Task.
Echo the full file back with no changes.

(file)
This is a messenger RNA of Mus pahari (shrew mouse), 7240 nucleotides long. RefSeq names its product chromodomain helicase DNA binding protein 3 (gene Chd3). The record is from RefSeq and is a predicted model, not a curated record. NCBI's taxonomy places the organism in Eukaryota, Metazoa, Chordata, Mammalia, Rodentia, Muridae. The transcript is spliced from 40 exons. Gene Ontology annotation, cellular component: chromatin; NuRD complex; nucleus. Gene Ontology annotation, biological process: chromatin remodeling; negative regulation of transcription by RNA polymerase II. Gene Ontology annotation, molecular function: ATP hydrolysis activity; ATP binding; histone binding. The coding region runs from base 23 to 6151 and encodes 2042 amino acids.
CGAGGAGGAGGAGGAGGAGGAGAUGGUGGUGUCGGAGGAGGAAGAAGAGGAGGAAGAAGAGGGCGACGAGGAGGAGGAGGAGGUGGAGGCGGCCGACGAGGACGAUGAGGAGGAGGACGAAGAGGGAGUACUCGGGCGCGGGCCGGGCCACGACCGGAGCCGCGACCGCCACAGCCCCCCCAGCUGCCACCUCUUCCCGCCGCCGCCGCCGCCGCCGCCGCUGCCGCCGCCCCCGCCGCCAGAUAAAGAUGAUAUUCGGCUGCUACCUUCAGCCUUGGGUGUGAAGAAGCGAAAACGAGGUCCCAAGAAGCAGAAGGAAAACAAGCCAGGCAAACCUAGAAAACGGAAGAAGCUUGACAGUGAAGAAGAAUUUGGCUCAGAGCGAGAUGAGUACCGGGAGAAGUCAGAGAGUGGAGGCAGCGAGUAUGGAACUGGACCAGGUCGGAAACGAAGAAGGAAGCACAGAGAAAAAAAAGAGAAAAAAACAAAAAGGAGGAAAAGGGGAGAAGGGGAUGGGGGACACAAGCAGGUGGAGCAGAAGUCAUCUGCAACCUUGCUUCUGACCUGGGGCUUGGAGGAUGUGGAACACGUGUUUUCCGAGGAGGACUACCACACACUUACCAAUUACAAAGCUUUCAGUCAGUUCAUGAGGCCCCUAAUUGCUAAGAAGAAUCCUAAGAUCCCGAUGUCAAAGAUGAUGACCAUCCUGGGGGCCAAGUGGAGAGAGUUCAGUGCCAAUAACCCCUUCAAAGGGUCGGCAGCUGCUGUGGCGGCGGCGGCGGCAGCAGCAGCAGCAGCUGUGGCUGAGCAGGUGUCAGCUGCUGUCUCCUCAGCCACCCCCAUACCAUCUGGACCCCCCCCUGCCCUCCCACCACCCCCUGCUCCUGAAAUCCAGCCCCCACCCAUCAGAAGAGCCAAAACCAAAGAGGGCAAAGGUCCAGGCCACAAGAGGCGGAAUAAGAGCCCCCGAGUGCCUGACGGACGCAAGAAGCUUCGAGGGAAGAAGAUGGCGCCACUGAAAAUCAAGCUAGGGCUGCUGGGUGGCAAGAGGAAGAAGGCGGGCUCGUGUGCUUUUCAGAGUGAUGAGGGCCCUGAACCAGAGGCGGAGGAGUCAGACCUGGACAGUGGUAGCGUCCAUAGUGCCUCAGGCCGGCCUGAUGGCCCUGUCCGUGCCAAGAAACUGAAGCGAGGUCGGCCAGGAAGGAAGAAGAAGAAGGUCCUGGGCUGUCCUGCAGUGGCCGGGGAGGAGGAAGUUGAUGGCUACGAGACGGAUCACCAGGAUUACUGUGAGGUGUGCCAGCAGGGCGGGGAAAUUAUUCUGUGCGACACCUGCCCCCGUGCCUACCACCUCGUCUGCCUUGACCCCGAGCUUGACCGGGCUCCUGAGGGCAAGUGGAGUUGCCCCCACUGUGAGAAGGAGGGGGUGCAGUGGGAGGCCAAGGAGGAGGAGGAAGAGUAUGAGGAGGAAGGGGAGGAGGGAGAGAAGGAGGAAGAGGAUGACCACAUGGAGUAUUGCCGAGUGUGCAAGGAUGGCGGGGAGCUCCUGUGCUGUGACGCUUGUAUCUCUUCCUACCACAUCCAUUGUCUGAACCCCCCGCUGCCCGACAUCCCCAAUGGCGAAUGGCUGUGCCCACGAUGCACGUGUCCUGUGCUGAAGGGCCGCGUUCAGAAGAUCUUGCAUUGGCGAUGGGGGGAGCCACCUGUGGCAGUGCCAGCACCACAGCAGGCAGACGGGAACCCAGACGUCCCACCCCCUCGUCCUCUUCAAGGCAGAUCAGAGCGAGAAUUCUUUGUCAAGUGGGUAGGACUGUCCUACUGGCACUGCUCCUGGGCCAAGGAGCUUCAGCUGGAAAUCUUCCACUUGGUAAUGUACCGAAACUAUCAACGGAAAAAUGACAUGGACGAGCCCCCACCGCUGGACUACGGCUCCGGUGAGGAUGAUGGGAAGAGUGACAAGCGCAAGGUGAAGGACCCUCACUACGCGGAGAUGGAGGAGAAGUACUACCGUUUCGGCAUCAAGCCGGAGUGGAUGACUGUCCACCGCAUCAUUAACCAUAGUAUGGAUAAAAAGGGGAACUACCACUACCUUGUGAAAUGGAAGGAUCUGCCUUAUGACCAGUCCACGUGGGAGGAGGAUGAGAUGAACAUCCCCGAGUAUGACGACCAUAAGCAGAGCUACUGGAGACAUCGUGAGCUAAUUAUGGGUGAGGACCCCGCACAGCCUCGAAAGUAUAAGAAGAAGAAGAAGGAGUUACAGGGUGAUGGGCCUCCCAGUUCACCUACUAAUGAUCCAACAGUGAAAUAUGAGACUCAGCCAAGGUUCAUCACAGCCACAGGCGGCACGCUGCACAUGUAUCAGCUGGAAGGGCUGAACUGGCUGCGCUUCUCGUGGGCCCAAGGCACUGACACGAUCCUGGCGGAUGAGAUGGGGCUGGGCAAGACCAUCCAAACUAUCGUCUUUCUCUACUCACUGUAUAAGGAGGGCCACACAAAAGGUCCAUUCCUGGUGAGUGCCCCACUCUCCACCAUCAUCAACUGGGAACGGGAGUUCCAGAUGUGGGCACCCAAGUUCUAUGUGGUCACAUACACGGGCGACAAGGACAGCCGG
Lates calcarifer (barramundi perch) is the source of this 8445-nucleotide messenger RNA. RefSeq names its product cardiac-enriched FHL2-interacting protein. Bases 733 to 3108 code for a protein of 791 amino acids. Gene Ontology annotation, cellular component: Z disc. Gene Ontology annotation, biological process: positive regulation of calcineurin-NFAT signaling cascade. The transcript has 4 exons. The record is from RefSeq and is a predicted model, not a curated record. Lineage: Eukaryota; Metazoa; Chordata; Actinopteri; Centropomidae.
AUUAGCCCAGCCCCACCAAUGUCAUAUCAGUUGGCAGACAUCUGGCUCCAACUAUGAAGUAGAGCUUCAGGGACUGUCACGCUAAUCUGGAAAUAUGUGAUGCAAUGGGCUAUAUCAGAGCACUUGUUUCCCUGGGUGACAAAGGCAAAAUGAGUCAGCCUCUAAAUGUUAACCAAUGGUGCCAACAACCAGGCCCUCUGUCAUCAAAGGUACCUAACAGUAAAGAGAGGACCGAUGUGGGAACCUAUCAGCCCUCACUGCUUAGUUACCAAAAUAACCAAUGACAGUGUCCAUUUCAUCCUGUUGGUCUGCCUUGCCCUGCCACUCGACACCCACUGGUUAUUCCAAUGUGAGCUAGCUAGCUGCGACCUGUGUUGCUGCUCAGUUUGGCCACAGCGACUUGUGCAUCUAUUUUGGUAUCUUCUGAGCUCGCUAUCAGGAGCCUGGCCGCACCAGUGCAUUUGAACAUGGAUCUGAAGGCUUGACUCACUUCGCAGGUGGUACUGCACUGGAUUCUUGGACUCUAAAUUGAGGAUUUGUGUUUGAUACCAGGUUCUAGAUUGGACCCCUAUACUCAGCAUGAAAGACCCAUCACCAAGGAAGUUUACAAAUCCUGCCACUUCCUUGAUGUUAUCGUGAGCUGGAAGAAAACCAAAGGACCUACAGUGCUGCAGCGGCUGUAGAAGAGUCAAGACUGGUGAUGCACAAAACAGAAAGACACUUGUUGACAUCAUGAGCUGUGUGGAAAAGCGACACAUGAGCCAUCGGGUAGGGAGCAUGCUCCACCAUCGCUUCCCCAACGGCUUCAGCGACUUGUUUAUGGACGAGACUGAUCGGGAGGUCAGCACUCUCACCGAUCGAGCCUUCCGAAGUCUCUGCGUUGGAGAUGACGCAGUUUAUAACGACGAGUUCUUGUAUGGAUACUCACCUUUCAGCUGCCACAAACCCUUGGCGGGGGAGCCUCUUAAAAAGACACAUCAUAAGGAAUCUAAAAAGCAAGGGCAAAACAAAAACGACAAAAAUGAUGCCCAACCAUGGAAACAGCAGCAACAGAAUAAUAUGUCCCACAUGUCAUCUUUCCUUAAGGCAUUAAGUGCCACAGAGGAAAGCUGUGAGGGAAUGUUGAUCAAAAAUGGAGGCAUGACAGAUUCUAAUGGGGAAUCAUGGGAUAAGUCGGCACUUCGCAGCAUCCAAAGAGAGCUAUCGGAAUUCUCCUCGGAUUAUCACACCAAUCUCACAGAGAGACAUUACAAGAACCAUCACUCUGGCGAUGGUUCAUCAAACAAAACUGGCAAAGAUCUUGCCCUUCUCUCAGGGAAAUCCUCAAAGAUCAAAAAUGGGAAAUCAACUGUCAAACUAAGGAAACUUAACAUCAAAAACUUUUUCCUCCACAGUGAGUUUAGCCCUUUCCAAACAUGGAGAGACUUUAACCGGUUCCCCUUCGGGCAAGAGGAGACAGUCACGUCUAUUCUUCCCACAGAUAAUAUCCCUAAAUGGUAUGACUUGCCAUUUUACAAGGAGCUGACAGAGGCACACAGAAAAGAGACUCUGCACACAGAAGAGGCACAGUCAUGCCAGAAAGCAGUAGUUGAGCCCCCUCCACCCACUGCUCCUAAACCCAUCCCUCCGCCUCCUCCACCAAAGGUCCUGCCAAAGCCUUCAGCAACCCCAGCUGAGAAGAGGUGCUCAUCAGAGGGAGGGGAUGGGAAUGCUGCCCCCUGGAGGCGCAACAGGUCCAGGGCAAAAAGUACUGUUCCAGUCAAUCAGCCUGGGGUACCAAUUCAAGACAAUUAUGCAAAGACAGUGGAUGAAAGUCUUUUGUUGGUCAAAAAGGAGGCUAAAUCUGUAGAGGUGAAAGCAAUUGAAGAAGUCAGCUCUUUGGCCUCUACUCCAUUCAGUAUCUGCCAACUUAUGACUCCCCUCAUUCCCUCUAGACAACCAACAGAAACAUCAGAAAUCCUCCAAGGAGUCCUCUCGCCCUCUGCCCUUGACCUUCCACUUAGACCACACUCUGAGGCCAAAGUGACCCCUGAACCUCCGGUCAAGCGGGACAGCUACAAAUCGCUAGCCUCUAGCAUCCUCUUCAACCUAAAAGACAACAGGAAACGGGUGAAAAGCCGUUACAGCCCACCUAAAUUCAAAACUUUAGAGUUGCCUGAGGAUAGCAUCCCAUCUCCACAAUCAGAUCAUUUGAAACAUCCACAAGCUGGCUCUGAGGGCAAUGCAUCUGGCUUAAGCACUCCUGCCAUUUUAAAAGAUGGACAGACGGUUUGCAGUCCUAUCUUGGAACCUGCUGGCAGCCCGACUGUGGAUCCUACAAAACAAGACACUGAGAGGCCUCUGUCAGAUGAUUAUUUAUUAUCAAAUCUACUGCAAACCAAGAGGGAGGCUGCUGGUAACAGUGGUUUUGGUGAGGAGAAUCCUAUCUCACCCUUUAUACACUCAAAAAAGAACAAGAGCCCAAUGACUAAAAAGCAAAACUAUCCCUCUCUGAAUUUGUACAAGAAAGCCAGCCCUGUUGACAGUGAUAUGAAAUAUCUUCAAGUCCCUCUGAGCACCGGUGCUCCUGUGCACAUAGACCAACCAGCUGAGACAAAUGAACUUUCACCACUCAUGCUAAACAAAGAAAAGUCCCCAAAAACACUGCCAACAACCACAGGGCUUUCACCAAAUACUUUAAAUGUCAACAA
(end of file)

This is a messenger RNA of Mus pahari (shrew mouse), 7240 nucleotides long. RefSeq names its product chromodomain helicase DNA binding protein 3 (gene Chd3). The record is from RefSeq and is a predicted model, not a curated record. NCBI's taxonomy places the organism in Eukaryota, Metazoa, Chordata, Mammalia, Rodentia, Muridae. The transcript is spliced from 40 exons. Gene Ontology annotation, cellular component: chromatin; NuRD complex; nucleus. Gene Ontology annotation, biological process: chromatin remodeling; negative regulation of transcription by RNA polymerase II. Gene Ontology annotation, molecular function: ATP hydrolysis activity; ATP binding; histone binding. The coding region runs from base 23 to 6151 and encodes 2042 amino acids.
CGAGGAGGAGGAGGAGGAGGAGAUGGUGGUGUCGGAGGAGGAAGAAGAGGAGGAAGAAGAGGGCGACGAGGAGGAGGAGGAGGUGGAGGCGGCCGACGAGGACGAUGAGGAGGAGGACGAAGAGGGAGUACUCGGGCGCGGGCCGGGCCACGACCGGAGCCGCGACCGCCACAGCCCCCCCAGCUGCCACCUCUUCCCGCCGCCGCCGCCGCCGCCGCCGCUGCCGCCGCCCCCGCCGCCAGAUAAAGAUGAUAUUCGGCUGCUACCUUCAGCCUUGGGUGUGAAGAAGCGAAAACGAGGUCCCAAGAAGCAGAAGGAAAACAAGCCAGGCAAACCUAGAAAACGGAAGAAGCUUGACAGUGAAGAAGAAUUUGGCUCAGAGCGAGAUGAGUACCGGGAGAAGUCAGAGAGUGGAGGCAGCGAGUAUGGAACUGGACCAGGUCGGAAACGAAGAAGGAAGCACAGAGAAAAAAAAGAGAAAAAAACAAAAAGGAGGAAAAGGGGAGAAGGGGAUGGGGGACACAAGCAGGUGGAGCAGAAGUCAUCUGCAACCUUGCUUCUGACCUGGGGCUUGGAGGAUGUGGAACACGUGUUUUCCGAGGAGGACUACCACACACUUACCAAUUACAAAGCUUUCAGUCAGUUCAUGAGGCCCCUAAUUGCUAAGAAGAAUCCUAAGAUCCCGAUGUCAAAGAUGAUGACCAUCCUGGGGGCCAAGUGGAGAGAGUUCAGUGCCAAUAACCCCUUCAAAGGGUCGGCAGCUGCUGUGGCGGCGGCGGCGGCAGCAGCAGCAGCAGCUGUGGCUGAGCAGGUGUCAGCUGCUGUCUCCUCAGCCACCCCCAUACCAUCUGGACCCCCCCCUGCCCUCCCACCACCCCCUGCUCCUGAAAUCCAGCCCCCACCCAUCAGAAGAGCCAAAACCAAAGAGGGCAAAGGUCCAGGCCACAAGAGGCGGAAUAAGAGCCCCCGAGUGCCUGACGGACGCAAGAAGCUUCGAGGGAAGAAGAUGGCGCCACUGAAAAUCAAGCUAGGGCUGCUGGGUGGCAAGAGGAAGAAGGCGGGCUCGUGUGCUUUUCAGAGUGAUGAGGGCCCUGAACCAGAGGCGGAGGAGUCAGACCUGGACAGUGGUAGCGUCCAUAGUGCCUCAGGCCGGCCUGAUGGCCCUGUCCGUGCCAAGAAACUGAAGCGAGGUCGGCCAGGAAGGAAGAAGAAGAAGGUCCUGGGCUGUCCUGCAGUGGCCGGGGAGGAGGAAGUUGAUGGCUACGAGACGGAUCACCAGGAUUACUGUGAGGUGUGCCAGCAGGGCGGGGAAAUUAUUCUGUGCGACACCUGCCCCCGUGCCUACCACCUCGUCUGCCUUGACCCCGAGCUUGACCGGGCUCCUGAGGGCAAGUGGAGUUGCCCCCACUGUGAGAAGGAGGGGGUGCAGUGGGAGGCCAAGGAGGAGGAGGAAGAGUAUGAGGAGGAAGGGGAGGAGGGAGAGAAGGAGGAAGAGGAUGACCACAUGGAGUAUUGCCGAGUGUGCAAGGAUGGCGGGGAGCUCCUGUGCUGUGACGCUUGUAUCUCUUCCUACCACAUCCAUUGUCUGAACCCCCCGCUGCCCGACAUCCCCAAUGGCGAAUGGCUGUGCCCACGAUGCACGUGUCCUGUGCUGAAGGGCCGCGUUCAGAAGAUCUUGCAUUGGCGAUGGGGGGAGCCACCUGUGGCAGUGCCAGCACCACAGCAGGCAGACGGGAACCCAGACGUCCCACCCCCUCGUCCUCUUCAAGGCAGAUCAGAGCGAGAAUUCUUUGUCAAGUGGGUAGGACUGUCCUACUGGCACUGCUCCUGGGCCAAGGAGCUUCAGCUGGAAAUCUUCCACUUGGUAAUGUACCGAAACUAUCAACGGAAAAAUGACAUGGACGAGCCCCCACCGCUGGACUACGGCUCCGGUGAGGAUGAUGGGAAGAGUGACAAGCGCAAGGUGAAGGACCCUCACUACGCGGAGAUGGAGGAGAAGUACUACCGUUUCGGCAUCAAGCCGGAGUGGAUGACUGUCCACCGCAUCAUUAACCAUAGUAUGGAUAAAAAGGGGAACUACCACUACCUUGUGAAAUGGAAGGAUCUGCCUUAUGACCAGUCCACGUGGGAGGAGGAUGAGAUGAACAUCCCCGAGUAUGACGACCAUAAGCAGAGCUACUGGAGACAUCGUGAGCUAAUUAUGGGUGAGGACCCCGCACAGCCUCGAAAGUAUAAGAAGAAGAAGAAGGAGUUACAGGGUGAUGGGCCUCCCAGUUCACCUACUAAUGAUCCAACAGUGAAAUAUGAGACUCAGCCAAGGUUCAUCACAGCCACAGGCGGCACGCUGCACAUGUAUCAGCUGGAAGGGCUGAACUGGCUGCGCUUCUCGUGGGCCCAAGGCACUGACACGAUCCUGGCGGAUGAGAUGGGGCUGGGCAAGACCAUCCAAACUAUCGUCUUUCUCUACUCACUGUAUAAGGAGGGCCACACAAAAGGUCCAUUCCUGGUGAGUGCCCCACUCUCCACCAUCAUCAACUGGGAACGGGAGUUCCAGAUGUGGGCACCCAAGUUCUAUGUGGUCACAUACACGGGCGACAAGGACAGCCGG
Lates calcarifer (barramundi perch) is the source of this 8445-nucleotide messenger RNA. RefSeq names its product cardiac-enriched FHL2-interacting protein. Bases 733 to 3108 code for a protein of 791 amino acids. Gene Ontology annotation, cellular component: Z disc. Gene Ontology annotation, biological process: positive regulation of calcineurin-NFAT signaling cascade. The transcript has 4 exons. The record is from RefSeq and is a predicted model, not a curated record. Lineage: Eukaryota; Metazoa; Chordata; Actinopteri; Centropomidae.
AUUAGCCCAGCCCCACCAAUGUCAUAUCAGUUGGCAGACAUCUGGCUCCAACUAUGAAGUAGAGCUUCAGGGACUGUCACGCUAAUCUGGAAAUAUGUGAUGCAAUGGGCUAUAUCAGAGCACUUGUUUCCCUGGGUGACAAAGGCAAAAUGAGUCAGCCUCUAAAUGUUAACCAAUGGUGCCAACAACCAGGCCCUCUGUCAUCAAAGGUACCUAACAGUAAAGAGAGGACCGAUGUGGGAACCUAUCAGCCCUCACUGCUUAGUUACCAAAAUAACCAAUGACAGUGUCCAUUUCAUCCUGUUGGUCUGCCUUGCCCUGCCACUCGACACCCACUGGUUAUUCCAAUGUGAGCUAGCUAGCUGCGACCUGUGUUGCUGCUCAGUUUGGCCACAGCGACUUGUGCAUCUAUUUUGGUAUCUUCUGAGCUCGCUAUCAGGAGCCUGGCCGCACCAGUGCAUUUGAACAUGGAUCUGAAGGCUUGACUCACUUCGCAGGUGGUACUGCACUGGAUUCUUGGACUCUAAAUUGAGGAUUUGUGUUUGAUACCAGGUUCUAGAUUGGACCCCUAUACUCAGCAUGAAAGACCCAUCACCAAGGAAGUUUACAAAUCCUGCCACUUCCUUGAUGUUAUCGUGAGCUGGAAGAAAACCAAAGGACCUACAGUGCUGCAGCGGCUGUAGAAGAGUCAAGACUGGUGAUGCACAAAACAGAAAGACACUUGUUGACAUCAUGAGCUGUGUGGAAAAGCGACACAUGAGCCAUCGGGUAGGGAGCAUGCUCCACCAUCGCUUCCCCAACGGCUUCAGCGACUUGUUUAUGGACGAGACUGAUCGGGAGGUCAGCACUCUCACCGAUCGAGCCUUCCGAAGUCUCUGCGUUGGAGAUGACGCAGUUUAUAACGACGAGUUCUUGUAUGGAUACUCACCUUUCAGCUGCCACAAACCCUUGGCGGGGGAGCCUCUUAAAAAGACACAUCAUAAGGAAUCUAAAAAGCAAGGGCAAAACAAAAACGACAAAAAUGAUGCCCAACCAUGGAAACAGCAGCAACAGAAUAAUAUGUCCCACAUGUCAUCUUUCCUUAAGGCAUUAAGUGCCACAGAGGAAAGCUGUGAGGGAAUGUUGAUCAAAAAUGGAGGCAUGACAGAUUCUAAUGGGGAAUCAUGGGAUAAGUCGGCACUUCGCAGCAUCCAAAGAGAGCUAUCGGAAUUCUCCUCGGAUUAUCACACCAAUCUCACAGAGAGACAUUACAAGAACCAUCACUCUGGCGAUGGUUCAUCAAACAAAACUGGCAAAGAUCUUGCCCUUCUCUCAGGGAAAUCCUCAAAGAUCAAAAAUGGGAAAUCAACUGUCAAACUAAGGAAACUUAACAUCAAAAACUUUUUCCUCCACAGUGAGUUUAGCCCUUUCCAAACAUGGAGAGACUUUAACCGGUUCCCCUUCGGGCAAGAGGAGACAGUCACGUCUAUUCUUCCCACAGAUAAUAUCCCUAAAUGGUAUGACUUGCCAUUUUACAAGGAGCUGACAGAGGCACACAGAAAAGAGACUCUGCACACAGAAGAGGCACAGUCAUGCCAGAAAGCAGUAGUUGAGCCCCCUCCACCCACUGCUCCUAAACCCAUCCCUCCGCCUCCUCCACCAAAGGUCCUGCCAAAGCCUUCAGCAACCCCAGCUGAGAAGAGGUGCUCAUCAGAGGGAGGGGAUGGGAAUGCUGCCCCCUGGAGGCGCAACAGGUCCAGGGCAAAAAGUACUGUUCCAGUCAAUCAGCCUGGGGUACCAAUUCAAGACAAUUAUGCAAAGACAGUGGAUGAAAGUCUUUUGUUGGUCAAAAAGGAGGCUAAAUCUGUAGAGGUGAAAGCAAUUGAAGAAGUCAGCUCUUUGGCCUCUACUCCAUUCAGUAUCUGCCAACUUAUGACUCCCCUCAUUCCCUCUAGACAACCAACAGAAACAUCAGAAAUCCUCCAAGGAGUCCUCUCGCCCUCUGCCCUUGACCUUCCACUUAGACCACACUCUGAGGCCAAAGUGACCCCUGAACCUCCGGUCAAGCGGGACAGCUACAAAUCGCUAGCCUCUAGCAUCCUCUUCAACCUAAAAGACAACAGGAAACGGGUGAAAAGCCGUUACAGCCCACCUAAAUUCAAAACUUUAGAGUUGCCUGAGGAUAGCAUCCCAUCUCCACAAUCAGAUCAUUUGAAACAUCCACAAGCUGGCUCUGAGGGCAAUGCAUCUGGCUUAAGCACUCCUGCCAUUUUAAAAGAUGGACAGACGGUUUGCAGUCCUAUCUUGGAACCUGCUGGCAGCCCGACUGUGGAUCCUACAAAACAAGACACUGAGAGGCCUCUGUCAGAUGAUUAUUUAUUAUCAAAUCUACUGCAAACCAAGAGGGAGGCUGCUGGUAACAGUGGUUUUGGUGAGGAGAAUCCUAUCUCACCCUUUAUACACUCAAAAAAGAACAAGAGCCCAAUGACUAAAAAGCAAAACUAUCCCUCUCUGAAUUUGUACAAGAAAGCCAGCCCUGUUGACAGUGAUAUGAAAUAUCUUCAAGUCCCUCUGAGCACCGGUGCUCCUGUGCACAUAGACCAACCAGCUGAGACAAAUGAACUUUCACCACUCAUGCUAAACAAAGAAAAGUCCCCAAAAACACUGCCAACAACCACAGGGCUUUCACCAAAUACUUUAAAUGUCAACAA